book review, Books, Entertainment, Women's Fiction, writing

Book Review: Riley Thorn and the Dead Guy Next Door.

I had to look up the definition of ‘romp’ after finishing Riley Thorn and the Dead Guy Next Door, because this hilarious, spirited, warm-hearted book definitely felt like one to me.

Apparently it’s “to play in a rough, excited and noisy way” which certainly fits Lucy Score’s fast-paced, action-packed rom com with a colourful cast of delightfully eccentric characters.

Reading it felt a bit like being on a rollercoaster – although without the desire to lose my lunch at the end (I call that a win).

Here’s the blurb:

Divorced. Broke. Living with a pack of elderly roommates. And those hallucinations she’s diligently ignoring? Her tarot card-dealing mom is convinced they’re clairvoyant visions.

Just when things can’t get worse, a so-hot-it-should-be-illegal private investigator shows up on her doorstep looking for a neighbor…who turns up murdered.

Nick Santiago doesn’t play well with others. Unless the “others” are of the female persuasion. Wink. He’s a rebel, a black sheep, a man who prefers a buffet of options to being stuck with the same entrée every night, if you catch his drift.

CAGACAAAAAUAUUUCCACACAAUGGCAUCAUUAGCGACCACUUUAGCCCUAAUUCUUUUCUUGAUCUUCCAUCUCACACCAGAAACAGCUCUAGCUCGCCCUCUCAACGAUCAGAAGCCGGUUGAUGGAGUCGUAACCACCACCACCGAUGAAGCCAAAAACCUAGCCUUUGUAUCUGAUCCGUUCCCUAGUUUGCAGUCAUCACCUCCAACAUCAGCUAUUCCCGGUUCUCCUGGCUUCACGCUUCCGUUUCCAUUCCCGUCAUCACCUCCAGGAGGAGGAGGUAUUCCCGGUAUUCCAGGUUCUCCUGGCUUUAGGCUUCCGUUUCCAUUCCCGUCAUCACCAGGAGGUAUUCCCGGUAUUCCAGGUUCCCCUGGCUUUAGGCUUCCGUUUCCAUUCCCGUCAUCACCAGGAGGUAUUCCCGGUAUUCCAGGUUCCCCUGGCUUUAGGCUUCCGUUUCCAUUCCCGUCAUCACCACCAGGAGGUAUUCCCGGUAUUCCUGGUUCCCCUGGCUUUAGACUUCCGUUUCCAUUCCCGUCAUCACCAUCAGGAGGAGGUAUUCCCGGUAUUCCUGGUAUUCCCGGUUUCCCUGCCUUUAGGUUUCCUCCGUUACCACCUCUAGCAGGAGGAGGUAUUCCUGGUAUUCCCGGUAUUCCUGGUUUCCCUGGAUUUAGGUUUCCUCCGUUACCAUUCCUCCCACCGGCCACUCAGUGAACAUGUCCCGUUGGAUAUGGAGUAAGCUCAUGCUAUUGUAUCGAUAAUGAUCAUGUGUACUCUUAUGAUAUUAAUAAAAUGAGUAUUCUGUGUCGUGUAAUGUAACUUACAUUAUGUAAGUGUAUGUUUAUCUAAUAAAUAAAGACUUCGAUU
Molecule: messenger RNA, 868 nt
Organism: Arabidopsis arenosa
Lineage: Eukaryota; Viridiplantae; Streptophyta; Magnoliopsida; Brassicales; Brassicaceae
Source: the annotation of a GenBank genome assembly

When the pretty, possibly psychic Riley lands at the top of the list of suspects, Nick volunteers to find out whodunit. Only because he likes solving mysteries not because he wants to flex his heroic muscles for the damsel in distress.

All they have to do is figure out who pulled the trigger, keep the by-the-book detective with a grudge at bay, and deal with a stranger claiming he was sent to help Riley hone her psychic gifts. All before the killer discovers she’s a loose end that requires snipping.

I’m a big fan of all Lucy’s novels, her writing style is bright and lively but full of heart. Her heroines are feisty and funny and her heroes always just the right level of grumpy to make it into book boyfriend territory. Riley and Nick are no exception. The chemistry between them as well as the things that keep them from acting on it are realistic. Speaking of which, the physic element didn’t seem out of place at all and, in fact, only added to the story.

The only downside of Lucy’s books is I read them too quickly, which can’t be helped. As always, I eagerly await her next one.

Format: Kindle.

Price: £2.49.

My rating: Five stars.


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